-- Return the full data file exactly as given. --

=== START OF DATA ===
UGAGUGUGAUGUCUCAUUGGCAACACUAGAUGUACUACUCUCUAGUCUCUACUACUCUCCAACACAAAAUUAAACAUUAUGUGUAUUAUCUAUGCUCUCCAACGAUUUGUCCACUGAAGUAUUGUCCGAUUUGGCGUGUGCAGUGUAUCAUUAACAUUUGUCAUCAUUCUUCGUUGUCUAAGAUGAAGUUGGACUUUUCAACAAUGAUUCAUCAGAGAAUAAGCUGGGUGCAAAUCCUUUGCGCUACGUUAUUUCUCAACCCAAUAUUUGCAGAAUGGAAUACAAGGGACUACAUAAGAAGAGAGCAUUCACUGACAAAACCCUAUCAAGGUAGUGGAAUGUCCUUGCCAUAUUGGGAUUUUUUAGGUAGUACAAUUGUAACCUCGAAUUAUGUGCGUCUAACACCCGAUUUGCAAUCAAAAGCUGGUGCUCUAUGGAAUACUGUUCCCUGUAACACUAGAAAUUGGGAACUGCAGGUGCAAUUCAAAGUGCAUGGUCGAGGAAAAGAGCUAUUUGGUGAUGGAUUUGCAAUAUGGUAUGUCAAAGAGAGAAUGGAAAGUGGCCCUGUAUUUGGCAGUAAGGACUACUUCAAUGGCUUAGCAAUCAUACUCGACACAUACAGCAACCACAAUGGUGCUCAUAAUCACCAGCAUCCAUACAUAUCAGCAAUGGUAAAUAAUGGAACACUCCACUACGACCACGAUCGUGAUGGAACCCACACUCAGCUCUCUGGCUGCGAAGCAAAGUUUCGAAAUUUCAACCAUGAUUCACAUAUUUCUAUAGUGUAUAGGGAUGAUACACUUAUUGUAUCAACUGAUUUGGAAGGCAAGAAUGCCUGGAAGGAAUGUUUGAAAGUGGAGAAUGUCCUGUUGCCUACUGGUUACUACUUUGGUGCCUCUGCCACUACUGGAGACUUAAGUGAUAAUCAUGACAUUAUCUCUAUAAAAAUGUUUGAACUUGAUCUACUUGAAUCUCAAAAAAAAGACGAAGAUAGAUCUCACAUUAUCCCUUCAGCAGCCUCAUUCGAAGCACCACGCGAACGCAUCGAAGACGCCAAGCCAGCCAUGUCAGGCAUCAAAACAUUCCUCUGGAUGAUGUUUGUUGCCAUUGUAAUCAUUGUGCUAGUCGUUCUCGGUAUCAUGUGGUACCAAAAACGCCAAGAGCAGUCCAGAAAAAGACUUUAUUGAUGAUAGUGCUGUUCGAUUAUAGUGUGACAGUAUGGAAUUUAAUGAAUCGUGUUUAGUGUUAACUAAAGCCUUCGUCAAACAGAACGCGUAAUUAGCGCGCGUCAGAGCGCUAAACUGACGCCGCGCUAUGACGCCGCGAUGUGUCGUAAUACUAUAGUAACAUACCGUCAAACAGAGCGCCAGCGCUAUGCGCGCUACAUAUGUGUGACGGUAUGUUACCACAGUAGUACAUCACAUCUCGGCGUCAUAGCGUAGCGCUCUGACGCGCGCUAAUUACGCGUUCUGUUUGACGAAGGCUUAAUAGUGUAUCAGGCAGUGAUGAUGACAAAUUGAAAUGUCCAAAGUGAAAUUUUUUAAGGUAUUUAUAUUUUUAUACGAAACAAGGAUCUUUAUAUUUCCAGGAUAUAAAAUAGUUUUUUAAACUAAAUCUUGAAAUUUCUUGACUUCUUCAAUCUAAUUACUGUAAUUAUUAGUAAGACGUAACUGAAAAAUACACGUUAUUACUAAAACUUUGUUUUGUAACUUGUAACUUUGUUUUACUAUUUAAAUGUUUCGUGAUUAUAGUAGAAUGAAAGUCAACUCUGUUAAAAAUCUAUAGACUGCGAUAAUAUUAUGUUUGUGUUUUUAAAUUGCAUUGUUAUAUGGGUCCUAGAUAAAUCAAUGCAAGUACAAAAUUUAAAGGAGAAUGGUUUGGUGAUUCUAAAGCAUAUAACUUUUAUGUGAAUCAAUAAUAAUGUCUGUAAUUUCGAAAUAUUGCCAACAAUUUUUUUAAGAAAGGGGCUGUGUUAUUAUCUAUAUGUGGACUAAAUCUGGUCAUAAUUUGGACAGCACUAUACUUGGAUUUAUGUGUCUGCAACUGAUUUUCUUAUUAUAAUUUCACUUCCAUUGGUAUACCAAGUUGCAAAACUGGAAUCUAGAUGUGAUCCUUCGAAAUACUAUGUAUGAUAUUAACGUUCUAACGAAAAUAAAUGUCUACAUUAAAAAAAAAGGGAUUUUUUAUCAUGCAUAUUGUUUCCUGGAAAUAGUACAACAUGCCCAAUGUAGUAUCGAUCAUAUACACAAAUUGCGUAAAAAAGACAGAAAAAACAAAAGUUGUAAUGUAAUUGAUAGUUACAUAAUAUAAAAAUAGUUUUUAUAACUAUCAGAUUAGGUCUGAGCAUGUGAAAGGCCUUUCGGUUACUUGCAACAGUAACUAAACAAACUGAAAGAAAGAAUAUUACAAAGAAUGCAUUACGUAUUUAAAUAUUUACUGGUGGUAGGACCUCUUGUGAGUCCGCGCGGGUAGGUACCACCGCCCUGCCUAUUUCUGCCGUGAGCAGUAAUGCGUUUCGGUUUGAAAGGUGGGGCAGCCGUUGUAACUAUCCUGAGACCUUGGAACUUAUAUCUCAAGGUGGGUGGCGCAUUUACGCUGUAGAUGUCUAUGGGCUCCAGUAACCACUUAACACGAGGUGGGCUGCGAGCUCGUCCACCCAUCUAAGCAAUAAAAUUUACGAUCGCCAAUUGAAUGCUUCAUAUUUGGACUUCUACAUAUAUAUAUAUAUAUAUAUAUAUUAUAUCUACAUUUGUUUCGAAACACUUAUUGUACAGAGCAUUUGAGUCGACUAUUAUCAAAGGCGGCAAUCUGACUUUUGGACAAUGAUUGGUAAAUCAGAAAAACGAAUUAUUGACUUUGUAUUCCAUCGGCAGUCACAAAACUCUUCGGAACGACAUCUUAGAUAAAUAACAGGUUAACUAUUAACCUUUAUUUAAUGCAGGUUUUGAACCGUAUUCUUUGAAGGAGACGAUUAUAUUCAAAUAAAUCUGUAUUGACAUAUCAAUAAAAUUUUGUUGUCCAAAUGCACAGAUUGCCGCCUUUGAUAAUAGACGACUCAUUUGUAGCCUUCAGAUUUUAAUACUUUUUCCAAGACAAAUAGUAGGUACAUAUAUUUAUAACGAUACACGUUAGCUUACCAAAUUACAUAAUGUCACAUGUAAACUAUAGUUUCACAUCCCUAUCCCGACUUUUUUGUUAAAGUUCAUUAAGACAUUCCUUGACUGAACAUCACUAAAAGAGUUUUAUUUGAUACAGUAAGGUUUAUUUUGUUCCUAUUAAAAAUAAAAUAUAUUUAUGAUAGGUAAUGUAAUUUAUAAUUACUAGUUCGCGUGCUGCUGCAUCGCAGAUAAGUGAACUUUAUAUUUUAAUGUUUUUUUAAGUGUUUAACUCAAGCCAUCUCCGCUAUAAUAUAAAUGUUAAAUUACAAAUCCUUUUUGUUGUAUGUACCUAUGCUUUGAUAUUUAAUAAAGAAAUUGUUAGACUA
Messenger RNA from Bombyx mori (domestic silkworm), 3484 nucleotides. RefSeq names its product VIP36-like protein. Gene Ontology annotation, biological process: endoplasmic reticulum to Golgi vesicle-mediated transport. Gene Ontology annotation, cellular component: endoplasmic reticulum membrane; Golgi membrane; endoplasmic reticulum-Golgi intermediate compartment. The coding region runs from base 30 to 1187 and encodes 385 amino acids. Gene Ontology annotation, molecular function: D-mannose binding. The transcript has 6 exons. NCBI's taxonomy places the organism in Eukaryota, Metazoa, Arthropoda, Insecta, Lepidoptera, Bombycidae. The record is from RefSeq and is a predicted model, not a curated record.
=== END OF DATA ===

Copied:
UGAGUGUGAUGUCUCAUUGGCAACACUAGAUGUACUACUCUCUAGUCUCUACUACUCUCCAACACAAAAUUAAACAUUAUGUGUAUUAUCUAUGCUCUCCAACGAUUUGUCCACUGAAGUAUUGUCCGAUUUGGCGUGUGCAGUGUAUCAUUAACAUUUGUCAUCAUUCUUCGUUGUCUAAGAUGAAGUUGGACUUUUCAACAAUGAUUCAUCAGAGAAUAAGCUGGGUGCAAAUCCUUUGCGCUACGUUAUUUCUCAACCCAAUAUUUGCAGAAUGGAAUACAAGGGACUACAUAAGAAGAGAGCAUUCACUGACAAAACCCUAUCAAGGUAGUGGAAUGUCCUUGCCAUAUUGGGAUUUUUUAGGUAGUACAAUUGUAACCUCGAAUUAUGUGCGUCUAACACCCGAUUUGCAAUCAAAAGCUGGUGCUCUAUGGAAUACUGUUCCCUGUAACACUAGAAAUUGGGAACUGCAGGUGCAAUUCAAAGUGCAUGGUCGAGGAAAAGAGCUAUUUGGUGAUGGAUUUGCAAUAUGGUAUGUCAAAGAGAGAAUGGAAAGUGGCCCUGUAUUUGGCAGUAAGGACUACUUCAAUGGCUUAGCAAUCAUACUCGACACAUACAGCAACCACAAUGGUGCUCAUAAUCACCAGCAUCCAUACAUAUCAGCAAUGGUAAAUAAUGGAACACUCCACUACGACCACGAUCGUGAUGGAACCCACACUCAGCUCUCUGGCUGCGAAGCAAAGUUUCGAAAUUUCAACCAUGAUUCACAUAUUUCUAUAGUGUAUAGGGAUGAUACACUUAUUGUAUCAACUGAUUUGGAAGGCAAGAAUGCCUGGAAGGAAUGUUUGAAAGUGGAGAAUGUCCUGUUGCCUACUGGUUACUACUUUGGUGCCUCUGCCACUACUGGAGACUUAAGUGAUAAUCAUGACAUUAUCUCUAUAAAAAUGUUUGAACUUGAUCUACUUGAAUCUCAAAAAAAAGACGAAGAUAGAUCUCACAUUAUCCCUUCAGCAGCCUCAUUCGAAGCACCACGCGAACGCAUCGAAGACGCCAAGCCAGCCAUGUCAGGCAUCAAAACAUUCCUCUGGAUGAUGUUUGUUGCCAUUGUAAUCAUUGUGCUAGUCGUUCUCGGUAUCAUGUGGUACCAAAAACGCCAAGAGCAGUCCAGAAAAAGACUUUAUUGAUGAUAGUGCUGUUCGAUUAUAGUGUGACAGUAUGGAAUUUAAUGAAUCGUGUUUAGUGUUAACUAAAGCCUUCGUCAAACAGAACGCGUAAUUAGCGCGCGUCAGAGCGCUAAACUGACGCCGCGCUAUGACGCCGCGAUGUGUCGUAAUACUAUAGUAACAUACCGUCAAACAGAGCGCCAGCGCUAUGCGCGCUACAUAUGUGUGACGGUAUGUUACCACAGUAGUACAUCACAUCUCGGCGUCAUAGCGUAGCGCUCUGACGCGCGCUAAUUACGCGUUCUGUUUGACGAAGGCUUAAUAGUGUAUCAGGCAGUGAUGAUGACAAAUUGAAAUGUCCAAAGUGAAAUUUUUUAAGGUAUUUAUAUUUUUAUACGAAACAAGGAUCUUUAUAUUUCCAGGAUAUAAAAUAGUUUUUUAAACUAAAUCUUGAAAUUUCUUGACUUCUUCAAUCUAAUUACUGUAAUUAUUAGUAAGACGUAACUGAAAAAUACACGUUAUUACUAAAACUUUGUUUUGUAACUUGUAACUUUGUUUUACUAUUUAAAUGUUUCGUGAUUAUAGUAGAAUGAAAGUCAACUCUGUUAAAAAUCUAUAGACUGCGAUAAUAUUAUGUUUGUGUUUUUAAAUUGCAUUGUUAUAUGGGUCCUAGAUAAAUCAAUGCAAGUACAAAAUUUAAAGGAGAAUGGUUUGGUGAUUCUAAAGCAUAUAACUUUUAUGUGAAUCAAUAAUAAUGUCUGUAAUUUCGAAAUAUUGCCAACAAUUUUUUUAAGAAAGGGGCUGUGUUAUUAUCUAUAUGUGGACUAAAUCUGGUCAUAAUUUGGACAGCACUAUACUUGGAUUUAUGUGUCUGCAACUGAUUUUCUUAUUAUAAUUUCACUUCCAUUGGUAUACCAAGUUGCAAAACUGGAAUCUAGAUGUGAUCCUUCGAAAUACUAUGUAUGAUAUUAACGUUCUAACGAAAAUAAAUGUCUACAUUAAAAAAAAAGGGAUUUUUUAUCAUGCAUAUUGUUUCCUGGAAAUAGUACAACAUGCCCAAUGUAGUAUCGAUCAUAUACACAAAUUGCGUAAAAAAGACAGAAAAAACAAAAGUUGUAAUGUAAUUGAUAGUUACAUAAUAUAAAAAUAGUUUUUAUAACUAUCAGAUUAGGUCUGAGCAUGUGAAAGGCCUUUCGGUUACUUGCAACAGUAACUAAACAAACUGAAAGAAAGAAUAUUACAAAGAAUGCAUUACGUAUUUAAAUAUUUACUGGUGGUAGGACCUCUUGUGAGUCCGCGCGGGUAGGUACCACCGCCCUGCCUAUUUCUGCCGUGAGCAGUAAUGCGUUUCGGUUUGAAAGGUGGGGCAGCCGUUGUAACUAUCCUGAGACCUUGGAACUUAUAUCUCAAGGUGGGUGGCGCAUUUACGCUGUAGAUGUCUAUGGGCUCCAGUAACCACUUAACACGAGGUGGGCUGCGAGCUCGUCCACCCAUCUAAGCAAUAAAAUUUACGAUCGCCAAUUGAAUGCUUCAUAUUUGGACUUCUACAUAUAUAUAUAUAUAUAUAUAUAUUAUAUCUACAUUUGUUUCGAAACACUUAUUGUACAGAGCAUUUGAGUCGACUAUUAUCAAAGGCGGCAAUCUGACUUUUGGACAAUGAUUGGUAAAUCAGAAAAACGAAUUAUUGACUUUGUAUUCCAUCGGCAGUCACAAAACUCUUCGGAACGACAUCUUAGAUAAAUAACAGGUUAACUAUUAACCUUUAUUUAAUGCAGGUUUUGAACCGUAUUCUUUGAAGGAGACGAUUAUAUUCAAAUAAAUCUGUAUUGACAUAUCAAUAAAAUUUUGUUGUCCAAAUGCACAGAUUGCCGCCUUUGAUAAUAGACGACUCAUUUGUAGCCUUCAGAUUUUAAUACUUUUUCCAAGACAAAUAGUAGGUACAUAUAUUUAUAACGAUACACGUUAGCUUACCAAAUUACAUAAUGUCACAUGUAAACUAUAGUUUCACAUCCCUAUCCCGACUUUUUUGUUAAAGUUCAUUAAGACAUUCCUUGACUGAACAUCACUAAAAGAGUUUUAUUUGAUACAGUAAGGUUUAUUUUGUUCCUAUUAAAAAUAAAAUAUAUUUAUGAUAGGUAAUGUAAUUUAUAAUUACUAGUUCGCGUGCUGCUGCAUCGCAGAUAAGUGAACUUUAUAUUUUAAUGUUUUUUUAAGUGUUUAACUCAAGCCAUCUCCGCUAUAAUAUAAAUGUUAAAUUACAAAUCCUUUUUGUUGUAUGUACCUAUGCUUUGAUAUUUAAUAAAGAAAUUGUUAGACUA
Messenger RNA from Bombyx mori (domestic silkworm), 3484 nucleotides. RefSeq names its product VIP36-like protein. Gene Ontology annotation, biological process: endoplasmic reticulum to Golgi vesicle-mediated transport. Gene Ontology annotation, cellular component: endoplasmic reticulum membrane; Golgi membrane; endoplasmic reticulum-Golgi intermediate compartment. The coding region runs from base 30 to 1187 and encodes 385 amino acids. Gene Ontology annotation, molecular function: D-mannose binding. The transcript has 6 exons. NCBI's taxonomy places the organism in Eukaryota, Metazoa, Arthropoda, Insecta, Lepidoptera, Bombycidae. The record is from RefSeq and is a predicted model, not a curated record.